Your pictures are gorgeous, what a beautiful place to rest for eternity!

  • Reply
    Miss Cindy
    January 8, 2011 at 5:47 pm

    Tipper, my grand father had four sisters who all died at close to the same time. They were near 20 years old, give or take. Cause of death was reported to be consumption. I don’t know exactly when, but they all lived here in Western North Carolina. I believe consumption would have been either the flu or TB.
    My ideas of flu prevention are pretty simple:
    1. avoid crowds
    2. don’t get over heated, it lowers your resistance
    3. nasal saline
    4. a good attitude ( no excess negative emotion)
    5. a healthy immune system
    I’ve had flu once in my life and I don’t care for a repeat!!
    My mother had spinal meningitis as a child. I think it was a miracle she survived.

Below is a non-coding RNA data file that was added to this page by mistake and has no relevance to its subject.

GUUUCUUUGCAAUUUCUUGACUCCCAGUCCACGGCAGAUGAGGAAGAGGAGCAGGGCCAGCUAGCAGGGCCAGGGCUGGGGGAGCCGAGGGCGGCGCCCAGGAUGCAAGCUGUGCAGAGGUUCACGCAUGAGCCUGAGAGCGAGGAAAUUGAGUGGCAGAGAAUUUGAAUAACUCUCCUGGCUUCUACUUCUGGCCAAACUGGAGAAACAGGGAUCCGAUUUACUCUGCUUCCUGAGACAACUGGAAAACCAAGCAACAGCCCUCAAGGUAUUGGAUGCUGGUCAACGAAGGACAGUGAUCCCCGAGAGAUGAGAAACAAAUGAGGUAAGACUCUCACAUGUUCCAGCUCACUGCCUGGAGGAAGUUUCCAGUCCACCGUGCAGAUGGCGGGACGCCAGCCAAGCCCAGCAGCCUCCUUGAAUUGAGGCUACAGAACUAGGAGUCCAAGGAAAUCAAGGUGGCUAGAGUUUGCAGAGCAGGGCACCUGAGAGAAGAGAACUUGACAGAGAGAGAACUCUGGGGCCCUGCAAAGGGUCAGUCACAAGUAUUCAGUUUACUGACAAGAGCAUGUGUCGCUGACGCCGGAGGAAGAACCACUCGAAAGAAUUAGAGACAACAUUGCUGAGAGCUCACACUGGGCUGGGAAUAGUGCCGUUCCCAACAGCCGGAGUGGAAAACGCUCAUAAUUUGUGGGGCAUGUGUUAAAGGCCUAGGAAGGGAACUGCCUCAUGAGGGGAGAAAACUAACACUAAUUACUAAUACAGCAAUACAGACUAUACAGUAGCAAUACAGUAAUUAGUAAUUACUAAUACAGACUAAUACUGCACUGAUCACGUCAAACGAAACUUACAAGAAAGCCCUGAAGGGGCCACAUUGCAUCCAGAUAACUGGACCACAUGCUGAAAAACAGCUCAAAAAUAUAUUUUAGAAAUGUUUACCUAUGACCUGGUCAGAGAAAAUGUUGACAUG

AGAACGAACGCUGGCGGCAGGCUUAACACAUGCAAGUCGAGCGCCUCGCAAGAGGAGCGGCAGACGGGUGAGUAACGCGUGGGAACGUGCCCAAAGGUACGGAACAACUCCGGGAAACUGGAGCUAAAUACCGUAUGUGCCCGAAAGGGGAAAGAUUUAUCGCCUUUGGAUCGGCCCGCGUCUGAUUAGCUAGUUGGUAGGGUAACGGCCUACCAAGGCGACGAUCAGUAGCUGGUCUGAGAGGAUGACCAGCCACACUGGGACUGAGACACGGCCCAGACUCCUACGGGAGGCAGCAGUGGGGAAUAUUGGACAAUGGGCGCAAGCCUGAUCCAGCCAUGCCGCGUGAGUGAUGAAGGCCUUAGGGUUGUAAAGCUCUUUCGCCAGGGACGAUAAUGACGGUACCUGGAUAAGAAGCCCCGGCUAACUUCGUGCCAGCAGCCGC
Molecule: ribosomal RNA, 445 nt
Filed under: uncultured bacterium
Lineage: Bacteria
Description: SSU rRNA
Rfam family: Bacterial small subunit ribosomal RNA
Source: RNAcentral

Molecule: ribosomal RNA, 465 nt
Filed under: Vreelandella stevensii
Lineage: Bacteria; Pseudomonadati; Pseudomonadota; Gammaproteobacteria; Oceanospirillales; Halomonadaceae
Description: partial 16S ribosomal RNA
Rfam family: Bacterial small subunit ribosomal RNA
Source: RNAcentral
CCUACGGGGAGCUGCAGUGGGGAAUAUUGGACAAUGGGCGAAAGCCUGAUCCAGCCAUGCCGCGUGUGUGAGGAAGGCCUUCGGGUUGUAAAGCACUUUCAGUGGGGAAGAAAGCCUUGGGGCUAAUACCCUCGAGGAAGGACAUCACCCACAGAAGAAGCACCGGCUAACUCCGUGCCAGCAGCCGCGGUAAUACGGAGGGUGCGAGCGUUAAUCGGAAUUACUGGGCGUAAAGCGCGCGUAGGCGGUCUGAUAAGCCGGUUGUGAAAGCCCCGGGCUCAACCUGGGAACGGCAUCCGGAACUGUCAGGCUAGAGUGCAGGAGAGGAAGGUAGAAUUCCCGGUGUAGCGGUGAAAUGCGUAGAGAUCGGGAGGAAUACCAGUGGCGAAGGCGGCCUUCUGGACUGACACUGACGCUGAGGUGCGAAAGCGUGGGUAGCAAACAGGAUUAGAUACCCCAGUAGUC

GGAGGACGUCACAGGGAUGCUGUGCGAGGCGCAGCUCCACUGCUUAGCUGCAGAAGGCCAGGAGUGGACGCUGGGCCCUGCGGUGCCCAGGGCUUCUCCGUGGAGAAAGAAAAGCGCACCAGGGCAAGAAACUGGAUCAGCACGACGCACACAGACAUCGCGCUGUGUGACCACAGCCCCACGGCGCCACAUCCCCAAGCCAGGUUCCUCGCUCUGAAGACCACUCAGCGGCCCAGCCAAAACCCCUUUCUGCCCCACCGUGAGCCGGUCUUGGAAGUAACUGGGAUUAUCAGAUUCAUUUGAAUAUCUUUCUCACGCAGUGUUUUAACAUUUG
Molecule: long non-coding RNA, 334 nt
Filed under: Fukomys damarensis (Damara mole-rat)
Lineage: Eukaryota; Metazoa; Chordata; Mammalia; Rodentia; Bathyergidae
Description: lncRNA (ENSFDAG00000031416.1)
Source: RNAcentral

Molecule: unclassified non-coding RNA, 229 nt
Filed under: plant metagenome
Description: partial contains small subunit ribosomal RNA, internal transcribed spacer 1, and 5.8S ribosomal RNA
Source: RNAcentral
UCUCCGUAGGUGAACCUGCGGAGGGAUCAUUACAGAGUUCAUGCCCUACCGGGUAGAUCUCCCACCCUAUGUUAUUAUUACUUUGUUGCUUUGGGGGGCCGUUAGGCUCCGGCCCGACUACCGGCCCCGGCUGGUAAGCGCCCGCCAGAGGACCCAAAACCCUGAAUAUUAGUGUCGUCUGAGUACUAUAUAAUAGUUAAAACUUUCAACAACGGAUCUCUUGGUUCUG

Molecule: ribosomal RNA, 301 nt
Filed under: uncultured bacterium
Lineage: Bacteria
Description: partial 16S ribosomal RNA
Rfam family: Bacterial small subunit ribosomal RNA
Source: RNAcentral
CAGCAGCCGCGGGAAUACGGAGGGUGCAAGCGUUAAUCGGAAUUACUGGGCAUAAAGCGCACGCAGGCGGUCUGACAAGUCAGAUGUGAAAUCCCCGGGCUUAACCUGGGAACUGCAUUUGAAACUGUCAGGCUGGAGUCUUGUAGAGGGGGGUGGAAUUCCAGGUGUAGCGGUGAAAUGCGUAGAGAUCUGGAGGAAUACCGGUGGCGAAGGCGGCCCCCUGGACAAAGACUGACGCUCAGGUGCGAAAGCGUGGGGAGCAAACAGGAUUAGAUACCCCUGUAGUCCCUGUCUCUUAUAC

Good and timely post. Thanks

  • Reply
    barbara gantt
    January 8, 2011 at 5:04 pm

    My Daddy was born in Nov.1918 in Waynesville. His familyall came down with the flu shortly after his birth. My Granny would tell the story of how they survived. There were 3 older girls in the family. So 6 of them living in a tiny house. They were so sick that no one could cook or get the water. Friends would come each day and bring food and water to leave on the porch. Whoever was strong enough would get up and bring the food in and help to feed the others. They wold put their dirty laundry in the yard.
    Someone would come and boil the clothes in a pot in the yard or burn them. They all survived and lived to tell the story. Of course, my Dad remembered none of it. He grew and was the only one that didnt get the flu. My Granny thought that it was because of the breast milk that he was getting. They are all gone now but when I hear people talk of the flu, I remember this story. Barbara

  • Reply
    Mike McLain
    January 8, 2011 at 4:33 pm